• Ranking major issues – When asked to rank the issues the government should focus on, students selected health care, the environment, and the economy as their top three concerns.
  • Students confident in their job prospects – 92 per cent of students are confident that they will be able to find jobs which interest them, after graduation.
  • Youth unemployment a concern – 59 per cent of students believe there is a youth unemployment problem in Canada; however, this percentage is noticeably smaller than it was in last year’s survey, when 68 per cent of students believed youth unemployment to be problematic.
  • Upward mobility is possible – 72 per cent of students believe that, with hard work, upward mobility is achievable in Canadian society today.
  • Affordability of post-secondary education – The bulk of students (39 per cent) believe that making post-secondary education more affordable is the most important step that the government could take to assist families.
  • Carbon pricing – Students are increasingly in favour of federal carbon pricing (45 per cent) but a sizeable portion is still reluctant to take a position on the issue (37 per cent).
  • Income inequality a concern – More than half of students believe that income inequality is a problem in Canada and that wealthy individuals, and to a lesser extent corporations, should be taxed at higher rates than they currently are.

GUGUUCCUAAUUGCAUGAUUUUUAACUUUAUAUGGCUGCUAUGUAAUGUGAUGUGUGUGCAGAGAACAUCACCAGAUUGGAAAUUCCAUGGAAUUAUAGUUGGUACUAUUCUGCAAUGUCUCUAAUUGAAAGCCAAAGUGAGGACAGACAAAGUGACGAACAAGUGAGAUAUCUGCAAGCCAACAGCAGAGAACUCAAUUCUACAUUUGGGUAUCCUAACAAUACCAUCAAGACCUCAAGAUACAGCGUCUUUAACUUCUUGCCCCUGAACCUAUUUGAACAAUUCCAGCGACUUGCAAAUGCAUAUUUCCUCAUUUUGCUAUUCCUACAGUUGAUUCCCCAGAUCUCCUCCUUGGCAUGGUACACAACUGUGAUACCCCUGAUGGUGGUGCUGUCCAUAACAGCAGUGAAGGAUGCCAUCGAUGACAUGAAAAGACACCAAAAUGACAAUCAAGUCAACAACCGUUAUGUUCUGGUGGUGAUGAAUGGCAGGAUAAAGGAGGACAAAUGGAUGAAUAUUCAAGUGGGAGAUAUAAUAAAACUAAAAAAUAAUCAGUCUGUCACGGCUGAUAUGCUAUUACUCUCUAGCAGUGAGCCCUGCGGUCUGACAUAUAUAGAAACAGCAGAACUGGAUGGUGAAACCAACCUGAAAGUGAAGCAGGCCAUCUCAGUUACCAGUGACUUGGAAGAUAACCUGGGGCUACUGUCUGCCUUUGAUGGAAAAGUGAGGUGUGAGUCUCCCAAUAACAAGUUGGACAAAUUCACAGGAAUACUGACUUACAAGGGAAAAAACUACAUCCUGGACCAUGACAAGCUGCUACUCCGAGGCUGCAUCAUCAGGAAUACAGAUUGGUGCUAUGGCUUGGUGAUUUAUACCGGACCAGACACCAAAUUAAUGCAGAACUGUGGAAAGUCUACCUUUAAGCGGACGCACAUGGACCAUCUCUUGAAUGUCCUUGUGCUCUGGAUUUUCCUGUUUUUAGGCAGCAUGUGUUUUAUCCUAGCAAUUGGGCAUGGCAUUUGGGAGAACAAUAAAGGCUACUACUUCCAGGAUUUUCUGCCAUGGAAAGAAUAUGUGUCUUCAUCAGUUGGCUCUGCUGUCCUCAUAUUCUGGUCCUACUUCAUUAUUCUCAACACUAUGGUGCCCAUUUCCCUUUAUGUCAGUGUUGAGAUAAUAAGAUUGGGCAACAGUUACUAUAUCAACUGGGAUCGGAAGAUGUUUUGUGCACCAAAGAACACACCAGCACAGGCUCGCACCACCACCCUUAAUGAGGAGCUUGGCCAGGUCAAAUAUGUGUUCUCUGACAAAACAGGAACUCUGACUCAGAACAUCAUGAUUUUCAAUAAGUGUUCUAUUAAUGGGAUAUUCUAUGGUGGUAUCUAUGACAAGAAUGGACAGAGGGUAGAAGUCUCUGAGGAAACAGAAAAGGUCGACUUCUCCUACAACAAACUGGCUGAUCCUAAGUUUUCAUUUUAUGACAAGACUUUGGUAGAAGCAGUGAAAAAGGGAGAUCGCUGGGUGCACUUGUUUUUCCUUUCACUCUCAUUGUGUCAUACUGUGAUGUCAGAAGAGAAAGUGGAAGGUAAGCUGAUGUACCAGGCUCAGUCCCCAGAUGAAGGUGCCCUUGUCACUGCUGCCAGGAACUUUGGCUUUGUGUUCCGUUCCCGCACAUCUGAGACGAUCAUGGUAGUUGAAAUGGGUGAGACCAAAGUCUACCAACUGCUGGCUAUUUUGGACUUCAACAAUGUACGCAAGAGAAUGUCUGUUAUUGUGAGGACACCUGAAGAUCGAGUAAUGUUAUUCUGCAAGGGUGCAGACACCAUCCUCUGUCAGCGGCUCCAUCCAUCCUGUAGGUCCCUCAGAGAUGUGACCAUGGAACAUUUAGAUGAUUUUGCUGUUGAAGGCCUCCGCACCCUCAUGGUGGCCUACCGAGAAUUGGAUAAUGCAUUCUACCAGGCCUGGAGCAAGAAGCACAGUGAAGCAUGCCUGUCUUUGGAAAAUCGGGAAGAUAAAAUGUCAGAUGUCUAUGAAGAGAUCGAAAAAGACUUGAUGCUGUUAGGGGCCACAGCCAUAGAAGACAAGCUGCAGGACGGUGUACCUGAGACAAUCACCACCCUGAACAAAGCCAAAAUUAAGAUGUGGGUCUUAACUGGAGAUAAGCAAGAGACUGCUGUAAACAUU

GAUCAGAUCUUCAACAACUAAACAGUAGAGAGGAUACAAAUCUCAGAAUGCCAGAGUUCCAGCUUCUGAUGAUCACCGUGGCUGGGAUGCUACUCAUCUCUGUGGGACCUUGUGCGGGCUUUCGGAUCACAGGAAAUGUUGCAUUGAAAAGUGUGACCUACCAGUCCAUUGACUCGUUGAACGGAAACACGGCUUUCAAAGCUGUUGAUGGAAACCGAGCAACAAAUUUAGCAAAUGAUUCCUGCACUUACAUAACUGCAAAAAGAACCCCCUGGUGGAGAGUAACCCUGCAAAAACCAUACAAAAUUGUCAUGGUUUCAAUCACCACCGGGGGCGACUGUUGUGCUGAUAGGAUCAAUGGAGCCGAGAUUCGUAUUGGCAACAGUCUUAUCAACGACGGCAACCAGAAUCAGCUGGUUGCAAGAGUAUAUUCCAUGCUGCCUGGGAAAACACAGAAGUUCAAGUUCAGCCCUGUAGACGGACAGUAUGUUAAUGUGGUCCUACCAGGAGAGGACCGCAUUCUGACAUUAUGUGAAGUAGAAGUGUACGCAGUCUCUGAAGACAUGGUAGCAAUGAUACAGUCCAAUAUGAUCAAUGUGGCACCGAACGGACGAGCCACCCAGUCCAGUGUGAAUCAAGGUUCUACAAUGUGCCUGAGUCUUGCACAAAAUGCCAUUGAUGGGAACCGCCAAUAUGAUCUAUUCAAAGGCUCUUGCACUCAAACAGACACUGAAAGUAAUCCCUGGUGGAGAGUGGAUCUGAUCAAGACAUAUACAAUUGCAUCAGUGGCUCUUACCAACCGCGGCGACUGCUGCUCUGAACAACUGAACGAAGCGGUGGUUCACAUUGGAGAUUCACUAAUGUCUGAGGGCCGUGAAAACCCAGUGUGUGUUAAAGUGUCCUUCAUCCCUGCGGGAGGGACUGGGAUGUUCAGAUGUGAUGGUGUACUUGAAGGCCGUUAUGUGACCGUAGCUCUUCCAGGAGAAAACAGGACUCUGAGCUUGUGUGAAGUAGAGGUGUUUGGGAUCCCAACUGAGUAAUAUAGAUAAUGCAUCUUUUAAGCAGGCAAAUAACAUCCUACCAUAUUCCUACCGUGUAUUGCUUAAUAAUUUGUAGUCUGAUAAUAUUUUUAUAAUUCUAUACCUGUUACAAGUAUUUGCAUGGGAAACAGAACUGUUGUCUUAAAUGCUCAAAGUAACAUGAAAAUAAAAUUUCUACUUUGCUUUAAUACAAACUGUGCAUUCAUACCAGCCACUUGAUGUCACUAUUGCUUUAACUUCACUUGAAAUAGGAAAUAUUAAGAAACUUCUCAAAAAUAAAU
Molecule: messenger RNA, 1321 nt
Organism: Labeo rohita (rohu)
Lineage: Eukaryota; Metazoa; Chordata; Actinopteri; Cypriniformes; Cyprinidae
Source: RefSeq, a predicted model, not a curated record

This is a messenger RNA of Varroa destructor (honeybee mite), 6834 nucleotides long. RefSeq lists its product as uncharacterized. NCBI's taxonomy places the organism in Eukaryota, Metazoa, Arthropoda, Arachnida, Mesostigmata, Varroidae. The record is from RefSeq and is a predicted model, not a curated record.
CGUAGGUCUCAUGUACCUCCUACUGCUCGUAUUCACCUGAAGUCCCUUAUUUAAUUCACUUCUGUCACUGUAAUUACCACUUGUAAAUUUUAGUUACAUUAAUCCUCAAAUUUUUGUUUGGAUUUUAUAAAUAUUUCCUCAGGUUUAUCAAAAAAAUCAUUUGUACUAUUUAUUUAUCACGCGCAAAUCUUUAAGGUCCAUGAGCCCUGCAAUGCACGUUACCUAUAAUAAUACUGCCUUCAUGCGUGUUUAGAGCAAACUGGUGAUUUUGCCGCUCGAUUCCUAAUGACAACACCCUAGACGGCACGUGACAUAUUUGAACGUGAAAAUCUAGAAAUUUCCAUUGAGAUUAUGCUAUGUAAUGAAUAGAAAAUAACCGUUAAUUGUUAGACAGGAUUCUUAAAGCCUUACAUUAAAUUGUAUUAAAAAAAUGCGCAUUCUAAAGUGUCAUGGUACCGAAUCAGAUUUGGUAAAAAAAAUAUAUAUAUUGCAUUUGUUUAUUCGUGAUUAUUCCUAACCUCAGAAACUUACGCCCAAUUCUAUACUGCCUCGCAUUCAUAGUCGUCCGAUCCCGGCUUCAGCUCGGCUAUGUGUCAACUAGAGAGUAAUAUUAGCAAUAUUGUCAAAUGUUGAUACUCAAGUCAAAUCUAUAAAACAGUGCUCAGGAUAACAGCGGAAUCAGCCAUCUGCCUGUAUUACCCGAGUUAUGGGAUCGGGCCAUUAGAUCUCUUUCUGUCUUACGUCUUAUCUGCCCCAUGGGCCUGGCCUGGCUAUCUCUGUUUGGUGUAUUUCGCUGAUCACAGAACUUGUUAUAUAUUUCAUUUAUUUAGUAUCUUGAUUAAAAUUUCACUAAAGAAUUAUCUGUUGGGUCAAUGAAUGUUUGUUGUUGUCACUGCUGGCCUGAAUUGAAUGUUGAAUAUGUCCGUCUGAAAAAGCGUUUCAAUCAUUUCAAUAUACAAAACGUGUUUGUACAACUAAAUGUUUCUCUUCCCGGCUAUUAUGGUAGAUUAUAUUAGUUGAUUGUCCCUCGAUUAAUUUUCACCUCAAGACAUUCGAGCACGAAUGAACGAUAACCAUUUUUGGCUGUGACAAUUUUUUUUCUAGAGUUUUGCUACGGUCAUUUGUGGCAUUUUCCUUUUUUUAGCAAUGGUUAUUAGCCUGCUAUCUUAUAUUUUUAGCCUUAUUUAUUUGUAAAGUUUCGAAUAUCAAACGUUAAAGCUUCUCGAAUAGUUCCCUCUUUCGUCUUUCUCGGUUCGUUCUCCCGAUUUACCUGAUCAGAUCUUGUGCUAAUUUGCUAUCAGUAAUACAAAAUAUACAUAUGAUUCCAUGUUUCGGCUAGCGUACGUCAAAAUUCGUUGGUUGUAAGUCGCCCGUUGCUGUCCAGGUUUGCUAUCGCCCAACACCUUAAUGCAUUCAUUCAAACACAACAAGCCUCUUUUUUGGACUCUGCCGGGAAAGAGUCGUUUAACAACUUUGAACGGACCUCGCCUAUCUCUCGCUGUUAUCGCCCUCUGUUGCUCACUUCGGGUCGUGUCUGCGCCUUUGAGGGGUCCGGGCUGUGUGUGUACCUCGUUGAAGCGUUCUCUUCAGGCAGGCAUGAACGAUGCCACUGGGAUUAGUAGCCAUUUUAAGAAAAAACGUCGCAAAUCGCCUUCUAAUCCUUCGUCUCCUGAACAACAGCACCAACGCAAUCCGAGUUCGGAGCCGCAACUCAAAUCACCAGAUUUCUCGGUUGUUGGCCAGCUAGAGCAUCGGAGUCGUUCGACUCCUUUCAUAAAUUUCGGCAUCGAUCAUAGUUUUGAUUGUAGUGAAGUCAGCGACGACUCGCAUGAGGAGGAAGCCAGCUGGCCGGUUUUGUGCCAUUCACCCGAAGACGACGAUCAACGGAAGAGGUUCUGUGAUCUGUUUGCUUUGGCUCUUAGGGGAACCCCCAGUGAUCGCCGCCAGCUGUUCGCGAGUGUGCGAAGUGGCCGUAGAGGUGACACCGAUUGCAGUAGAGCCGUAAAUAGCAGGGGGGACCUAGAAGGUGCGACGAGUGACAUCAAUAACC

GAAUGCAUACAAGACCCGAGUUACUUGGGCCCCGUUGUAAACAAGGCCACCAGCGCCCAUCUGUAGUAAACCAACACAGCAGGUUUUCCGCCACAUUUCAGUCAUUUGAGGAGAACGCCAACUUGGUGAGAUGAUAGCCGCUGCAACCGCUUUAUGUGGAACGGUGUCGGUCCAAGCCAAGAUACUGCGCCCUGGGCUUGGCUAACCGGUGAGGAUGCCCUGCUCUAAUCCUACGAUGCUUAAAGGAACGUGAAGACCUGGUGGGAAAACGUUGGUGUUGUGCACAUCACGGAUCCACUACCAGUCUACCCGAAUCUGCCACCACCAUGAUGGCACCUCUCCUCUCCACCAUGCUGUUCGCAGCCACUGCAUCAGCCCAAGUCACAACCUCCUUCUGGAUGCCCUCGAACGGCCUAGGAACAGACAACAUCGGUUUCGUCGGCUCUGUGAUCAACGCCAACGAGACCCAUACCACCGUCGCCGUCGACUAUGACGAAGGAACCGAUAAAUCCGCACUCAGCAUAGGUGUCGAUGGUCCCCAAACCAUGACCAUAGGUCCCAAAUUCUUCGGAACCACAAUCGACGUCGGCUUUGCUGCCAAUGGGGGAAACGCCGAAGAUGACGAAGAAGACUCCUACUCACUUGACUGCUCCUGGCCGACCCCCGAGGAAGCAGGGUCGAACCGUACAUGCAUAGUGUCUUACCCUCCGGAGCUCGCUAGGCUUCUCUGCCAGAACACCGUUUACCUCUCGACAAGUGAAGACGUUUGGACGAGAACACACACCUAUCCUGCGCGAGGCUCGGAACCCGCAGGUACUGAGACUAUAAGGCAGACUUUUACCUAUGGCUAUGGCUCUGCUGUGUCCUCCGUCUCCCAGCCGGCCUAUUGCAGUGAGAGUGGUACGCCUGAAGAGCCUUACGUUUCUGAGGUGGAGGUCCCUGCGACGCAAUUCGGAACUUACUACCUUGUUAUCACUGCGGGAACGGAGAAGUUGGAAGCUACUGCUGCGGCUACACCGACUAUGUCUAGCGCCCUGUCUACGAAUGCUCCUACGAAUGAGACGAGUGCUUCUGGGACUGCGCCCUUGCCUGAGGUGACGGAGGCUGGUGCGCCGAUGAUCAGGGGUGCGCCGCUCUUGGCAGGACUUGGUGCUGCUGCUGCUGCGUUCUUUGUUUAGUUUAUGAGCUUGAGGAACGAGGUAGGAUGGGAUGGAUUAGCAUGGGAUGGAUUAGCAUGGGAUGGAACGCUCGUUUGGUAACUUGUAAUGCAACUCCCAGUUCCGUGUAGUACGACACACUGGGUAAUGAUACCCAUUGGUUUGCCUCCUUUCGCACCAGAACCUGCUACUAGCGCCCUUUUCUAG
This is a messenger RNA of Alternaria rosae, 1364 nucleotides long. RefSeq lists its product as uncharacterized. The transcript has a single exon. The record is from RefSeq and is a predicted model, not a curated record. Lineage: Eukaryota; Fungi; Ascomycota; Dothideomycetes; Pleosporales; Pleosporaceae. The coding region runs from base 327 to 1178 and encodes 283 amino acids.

To view an infographic of the results highlights, click here.

To view the complete results report, click here.

To view a map of participating schools, click here.

About the Student Budget Consultation

The Student Budget Consultation provides youth with an opportunity to learn about the government’s revenues and expenditures, discuss important political issues and suggested policies, and offer their insights on the priorities of the federal budget. The opinions of students are collected through a survey and the results are shared with the federal Department of Finance.

The 2018 Student Budget Consultation was organized by CIVIX with the support of the Government of Canada.

The 2018 Student Budget Consultation survey was conducted in partnership with Vox Pop Labs between November 2017 and February 2018.

About the Organization

CIVIX is a national registered charity dedicated to building the skills and habits of active and engaged citizenship among young Canadians. CIVIX provides experiential learning opportunities to help young Canadians practice their rights and responsibilities as citizens, and connect with their democratic institutions.